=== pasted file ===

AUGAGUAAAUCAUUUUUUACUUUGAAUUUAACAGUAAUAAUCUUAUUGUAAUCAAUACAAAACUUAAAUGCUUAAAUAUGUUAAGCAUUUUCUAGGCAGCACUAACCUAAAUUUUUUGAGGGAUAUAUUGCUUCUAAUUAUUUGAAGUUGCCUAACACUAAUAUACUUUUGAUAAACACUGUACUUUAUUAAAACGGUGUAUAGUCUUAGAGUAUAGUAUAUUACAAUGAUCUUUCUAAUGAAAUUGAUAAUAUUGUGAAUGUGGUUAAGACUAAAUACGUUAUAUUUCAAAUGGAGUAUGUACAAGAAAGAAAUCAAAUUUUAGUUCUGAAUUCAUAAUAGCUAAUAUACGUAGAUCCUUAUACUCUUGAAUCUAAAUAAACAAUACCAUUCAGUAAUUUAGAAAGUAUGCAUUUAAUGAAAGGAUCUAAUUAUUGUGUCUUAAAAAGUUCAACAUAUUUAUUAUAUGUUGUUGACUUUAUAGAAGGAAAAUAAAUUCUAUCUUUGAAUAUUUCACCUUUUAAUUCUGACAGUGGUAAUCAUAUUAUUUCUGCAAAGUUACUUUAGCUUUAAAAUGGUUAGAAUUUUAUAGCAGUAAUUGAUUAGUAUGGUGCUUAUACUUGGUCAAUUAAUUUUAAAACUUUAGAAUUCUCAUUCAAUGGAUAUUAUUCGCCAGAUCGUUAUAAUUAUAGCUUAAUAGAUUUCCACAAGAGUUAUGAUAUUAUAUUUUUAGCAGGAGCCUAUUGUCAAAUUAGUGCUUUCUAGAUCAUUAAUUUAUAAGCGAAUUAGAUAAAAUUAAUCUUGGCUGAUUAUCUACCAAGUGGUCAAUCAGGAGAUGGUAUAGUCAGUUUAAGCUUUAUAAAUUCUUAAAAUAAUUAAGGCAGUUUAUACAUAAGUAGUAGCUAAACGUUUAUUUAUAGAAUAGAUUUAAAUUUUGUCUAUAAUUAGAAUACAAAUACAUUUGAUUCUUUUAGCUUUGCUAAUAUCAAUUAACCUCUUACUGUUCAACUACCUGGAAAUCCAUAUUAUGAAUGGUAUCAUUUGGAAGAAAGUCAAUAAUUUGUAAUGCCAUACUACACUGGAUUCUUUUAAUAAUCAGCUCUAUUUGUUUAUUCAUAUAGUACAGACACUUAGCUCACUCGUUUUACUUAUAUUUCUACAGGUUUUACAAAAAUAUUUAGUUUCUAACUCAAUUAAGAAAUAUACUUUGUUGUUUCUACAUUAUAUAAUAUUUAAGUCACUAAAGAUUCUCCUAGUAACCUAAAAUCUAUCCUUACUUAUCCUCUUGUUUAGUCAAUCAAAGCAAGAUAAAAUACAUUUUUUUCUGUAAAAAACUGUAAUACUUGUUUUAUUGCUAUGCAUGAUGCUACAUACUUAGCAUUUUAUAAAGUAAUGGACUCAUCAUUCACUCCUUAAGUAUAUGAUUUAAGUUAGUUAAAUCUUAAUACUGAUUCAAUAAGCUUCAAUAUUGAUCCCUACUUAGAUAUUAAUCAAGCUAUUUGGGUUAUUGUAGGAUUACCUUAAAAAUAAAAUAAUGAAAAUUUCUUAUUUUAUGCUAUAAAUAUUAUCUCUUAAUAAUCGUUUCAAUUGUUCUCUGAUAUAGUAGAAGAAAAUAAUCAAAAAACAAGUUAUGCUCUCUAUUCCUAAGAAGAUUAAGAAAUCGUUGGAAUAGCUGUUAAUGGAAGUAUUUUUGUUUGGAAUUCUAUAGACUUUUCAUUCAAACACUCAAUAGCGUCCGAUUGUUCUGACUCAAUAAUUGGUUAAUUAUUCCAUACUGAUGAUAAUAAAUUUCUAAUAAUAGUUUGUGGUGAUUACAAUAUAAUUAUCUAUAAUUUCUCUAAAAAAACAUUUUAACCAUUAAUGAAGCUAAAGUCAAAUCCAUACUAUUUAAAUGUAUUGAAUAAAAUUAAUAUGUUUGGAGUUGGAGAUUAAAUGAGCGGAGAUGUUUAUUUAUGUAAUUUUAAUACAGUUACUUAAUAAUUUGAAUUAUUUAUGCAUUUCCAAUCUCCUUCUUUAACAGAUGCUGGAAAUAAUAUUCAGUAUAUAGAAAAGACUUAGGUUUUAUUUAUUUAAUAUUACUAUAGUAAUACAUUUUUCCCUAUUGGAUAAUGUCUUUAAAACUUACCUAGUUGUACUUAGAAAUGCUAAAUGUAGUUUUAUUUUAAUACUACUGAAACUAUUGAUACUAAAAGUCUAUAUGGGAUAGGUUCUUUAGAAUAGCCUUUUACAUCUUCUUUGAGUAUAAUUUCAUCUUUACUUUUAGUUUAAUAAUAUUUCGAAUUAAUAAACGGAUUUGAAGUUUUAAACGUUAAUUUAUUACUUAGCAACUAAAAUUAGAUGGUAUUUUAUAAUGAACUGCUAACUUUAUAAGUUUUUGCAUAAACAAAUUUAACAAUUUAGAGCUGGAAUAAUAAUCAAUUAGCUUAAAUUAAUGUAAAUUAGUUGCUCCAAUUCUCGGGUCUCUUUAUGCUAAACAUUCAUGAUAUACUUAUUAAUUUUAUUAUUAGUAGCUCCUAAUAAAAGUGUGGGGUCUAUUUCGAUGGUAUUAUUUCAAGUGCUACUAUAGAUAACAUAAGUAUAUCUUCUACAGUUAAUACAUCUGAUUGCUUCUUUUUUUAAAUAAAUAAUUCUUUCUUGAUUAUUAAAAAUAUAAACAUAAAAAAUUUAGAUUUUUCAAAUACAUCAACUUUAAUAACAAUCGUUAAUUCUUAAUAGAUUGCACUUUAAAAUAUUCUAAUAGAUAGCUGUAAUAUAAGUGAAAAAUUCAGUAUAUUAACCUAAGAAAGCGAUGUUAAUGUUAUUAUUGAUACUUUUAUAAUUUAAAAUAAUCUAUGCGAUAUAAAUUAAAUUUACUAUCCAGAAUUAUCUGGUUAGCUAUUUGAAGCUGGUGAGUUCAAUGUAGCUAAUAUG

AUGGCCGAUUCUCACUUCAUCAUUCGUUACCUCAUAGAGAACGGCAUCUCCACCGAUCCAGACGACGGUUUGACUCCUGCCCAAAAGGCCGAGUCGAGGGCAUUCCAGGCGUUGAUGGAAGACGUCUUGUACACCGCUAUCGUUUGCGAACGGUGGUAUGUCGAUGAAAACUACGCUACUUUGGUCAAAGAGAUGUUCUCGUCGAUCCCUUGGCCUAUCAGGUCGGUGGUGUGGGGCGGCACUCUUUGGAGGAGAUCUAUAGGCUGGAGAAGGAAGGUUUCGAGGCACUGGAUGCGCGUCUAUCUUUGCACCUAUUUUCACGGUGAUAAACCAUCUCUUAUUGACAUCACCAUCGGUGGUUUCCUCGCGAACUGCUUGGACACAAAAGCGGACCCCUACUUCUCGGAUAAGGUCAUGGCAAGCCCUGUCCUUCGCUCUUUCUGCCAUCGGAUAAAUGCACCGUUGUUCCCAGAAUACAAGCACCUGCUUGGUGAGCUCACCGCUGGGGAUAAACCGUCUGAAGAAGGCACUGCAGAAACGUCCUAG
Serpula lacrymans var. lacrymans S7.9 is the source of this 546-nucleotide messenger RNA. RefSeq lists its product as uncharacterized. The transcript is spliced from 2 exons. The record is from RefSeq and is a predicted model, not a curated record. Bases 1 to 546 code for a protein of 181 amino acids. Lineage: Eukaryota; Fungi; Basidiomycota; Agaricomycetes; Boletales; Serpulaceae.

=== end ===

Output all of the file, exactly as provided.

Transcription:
AUGAGUAAAUCAUUUUUUACUUUGAAUUUAACAGUAAUAAUCUUAUUGUAAUCAAUACAAAACUUAAAUGCUUAAAUAUGUUAAGCAUUUUCUAGGCAGCACUAACCUAAAUUUUUUGAGGGAUAUAUUGCUUCUAAUUAUUUGAAGUUGCCUAACACUAAUAUACUUUUGAUAAACACUGUACUUUAUUAAAACGGUGUAUAGUCUUAGAGUAUAGUAUAUUACAAUGAUCUUUCUAAUGAAAUUGAUAAUAUUGUGAAUGUGGUUAAGACUAAAUACGUUAUAUUUCAAAUGGAGUAUGUACAAGAAAGAAAUCAAAUUUUAGUUCUGAAUUCAUAAUAGCUAAUAUACGUAGAUCCUUAUACUCUUGAAUCUAAAUAAACAAUACCAUUCAGUAAUUUAGAAAGUAUGCAUUUAAUGAAAGGAUCUAAUUAUUGUGUCUUAAAAAGUUCAACAUAUUUAUUAUAUGUUGUUGACUUUAUAGAAGGAAAAUAAAUUCUAUCUUUGAAUAUUUCACCUUUUAAUUCUGACAGUGGUAAUCAUAUUAUUUCUGCAAAGUUACUUUAGCUUUAAAAUGGUUAGAAUUUUAUAGCAGUAAUUGAUUAGUAUGGUGCUUAUACUUGGUCAAUUAAUUUUAAAACUUUAGAAUUCUCAUUCAAUGGAUAUUAUUCGCCAGAUCGUUAUAAUUAUAGCUUAAUAGAUUUCCACAAGAGUUAUGAUAUUAUAUUUUUAGCAGGAGCCUAUUGUCAAAUUAGUGCUUUCUAGAUCAUUAAUUUAUAAGCGAAUUAGAUAAAAUUAAUCUUGGCUGAUUAUCUACCAAGUGGUCAAUCAGGAGAUGGUAUAGUCAGUUUAAGCUUUAUAAAUUCUUAAAAUAAUUAAGGCAGUUUAUACAUAAGUAGUAGCUAAACGUUUAUUUAUAGAAUAGAUUUAAAUUUUGUCUAUAAUUAGAAUACAAAUACAUUUGAUUCUUUUAGCUUUGCUAAUAUCAAUUAACCUCUUACUGUUCAACUACCUGGAAAUCCAUAUUAUGAAUGGUAUCAUUUGGAAGAAAGUCAAUAAUUUGUAAUGCCAUACUACACUGGAUUCUUUUAAUAAUCAGCUCUAUUUGUUUAUUCAUAUAGUACAGACACUUAGCUCACUCGUUUUACUUAUAUUUCUACAGGUUUUACAAAAAUAUUUAGUUUCUAACUCAAUUAAGAAAUAUACUUUGUUGUUUCUACAUUAUAUAAUAUUUAAGUCACUAAAGAUUCUCCUAGUAACCUAAAAUCUAUCCUUACUUAUCCUCUUGUUUAGUCAAUCAAAGCAAGAUAAAAUACAUUUUUUUCUGUAAAAAACUGUAAUACUUGUUUUAUUGCUAUGCAUGAUGCUACAUACUUAGCAUUUUAUAAAGUAAUGGACUCAUCAUUCACUCCUUAAGUAUAUGAUUUAAGUUAGUUAAAUCUUAAUACUGAUUCAAUAAGCUUCAAUAUUGAUCCCUACUUAGAUAUUAAUCAAGCUAUUUGGGUUAUUGUAGGAUUACCUUAAAAAUAAAAUAAUGAAAAUUUCUUAUUUUAUGCUAUAAAUAUUAUCUCUUAAUAAUCGUUUCAAUUGUUCUCUGAUAUAGUAGAAGAAAAUAAUCAAAAAACAAGUUAUGCUCUCUAUUCCUAAGAAGAUUAAGAAAUCGUUGGAAUAGCUGUUAAUGGAAGUAUUUUUGUUUGGAAUUCUAUAGACUUUUCAUUCAAACACUCAAUAGCGUCCGAUUGUUCUGACUCAAUAAUUGGUUAAUUAUUCCAUACUGAUGAUAAUAAAUUUCUAAUAAUAGUUUGUGGUGAUUACAAUAUAAUUAUCUAUAAUUUCUCUAAAAAAACAUUUUAACCAUUAAUGAAGCUAAAGUCAAAUCCAUACUAUUUAAAUGUAUUGAAUAAAAUUAAUAUGUUUGGAGUUGGAGAUUAAAUGAGCGGAGAUGUUUAUUUAUGUAAUUUUAAUACAGUUACUUAAUAAUUUGAAUUAUUUAUGCAUUUCCAAUCUCCUUCUUUAACAGAUGCUGGAAAUAAUAUUCAGUAUAUAGAAAAGACUUAGGUUUUAUUUAUUUAAUAUUACUAUAGUAAUACAUUUUUCCCUAUUGGAUAAUGUCUUUAAAACUUACCUAGUUGUACUUAGAAAUGCUAAAUGUAGUUUUAUUUUAAUACUACUGAAACUAUUGAUACUAAAAGUCUAUAUGGGAUAGGUUCUUUAGAAUAGCCUUUUACAUCUUCUUUGAGUAUAAUUUCAUCUUUACUUUUAGUUUAAUAAUAUUUCGAAUUAAUAAACGGAUUUGAAGUUUUAAACGUUAAUUUAUUACUUAGCAACUAAAAUUAGAUGGUAUUUUAUAAUGAACUGCUAACUUUAUAAGUUUUUGCAUAAACAAAUUUAACAAUUUAGAGCUGGAAUAAUAAUCAAUUAGCUUAAAUUAAUGUAAAUUAGUUGCUCCAAUUCUCGGGUCUCUUUAUGCUAAACAUUCAUGAUAUACUUAUUAAUUUUAUUAUUAGUAGCUCCUAAUAAAAGUGUGGGGUCUAUUUCGAUGGUAUUAUUUCAAGUGCUACUAUAGAUAACAUAAGUAUAUCUUCUACAGUUAAUACAUCUGAUUGCUUCUUUUUUUAAAUAAAUAAUUCUUUCUUGAUUAUUAAAAAUAUAAACAUAAAAAAUUUAGAUUUUUCAAAUACAUCAACUUUAAUAACAAUCGUUAAUUCUUAAUAGAUUGCACUUUAAAAUAUUCUAAUAGAUAGCUGUAAUAUAAGUGAAAAAUUCAGUAUAUUAACCUAAGAAAGCGAUGUUAAUGUUAUUAUUGAUACUUUUAUAAUUUAAAAUAAUCUAUGCGAUAUAAAUUAAAUUUACUAUCCAGAAUUAUCUGGUUAGCUAUUUGAAGCUGGUGAGUUCAAUGUAGCUAAUAUG

AUGGCCGAUUCUCACUUCAUCAUUCGUUACCUCAUAGAGAACGGCAUCUCCACCGAUCCAGACGACGGUUUGACUCCUGCCCAAAAGGCCGAGUCGAGGGCAUUCCAGGCGUUGAUGGAAGACGUCUUGUACACCGCUAUCGUUUGCGAACGGUGGUAUGUCGAUGAAAACUACGCUACUUUGGUCAAAGAGAUGUUCUCGUCGAUCCCUUGGCCUAUCAGGUCGGUGGUGUGGGGCGGCACUCUUUGGAGGAGAUCUAUAGGCUGGAGAAGGAAGGUUUCGAGGCACUGGAUGCGCGUCUAUCUUUGCACCUAUUUUCACGGUGAUAAACCAUCUCUUAUUGACAUCACCAUCGGUGGUUUCCUCGCGAACUGCUUGGACACAAAAGCGGACCCCUACUUCUCGGAUAAGGUCAUGGCAAGCCCUGUCCUUCGCUCUUUCUGCCAUCGGAUAAAUGCACCGUUGUUCCCAGAAUACAAGCACCUGCUUGGUGAGCUCACCGCUGGGGAUAAACCGUCUGAAGAAGGCACUGCAGAAACGUCCUAG
Serpula lacrymans var. lacrymans S7.9 is the source of this 546-nucleotide messenger RNA. RefSeq lists its product as uncharacterized. The transcript is spliced from 2 exons. The record is from RefSeq and is a predicted model, not a curated record. Bases 1 to 546 code for a protein of 181 amino acids. Lineage: Eukaryota; Fungi; Basidiomycota; Agaricomycetes; Boletales; Serpulaceae.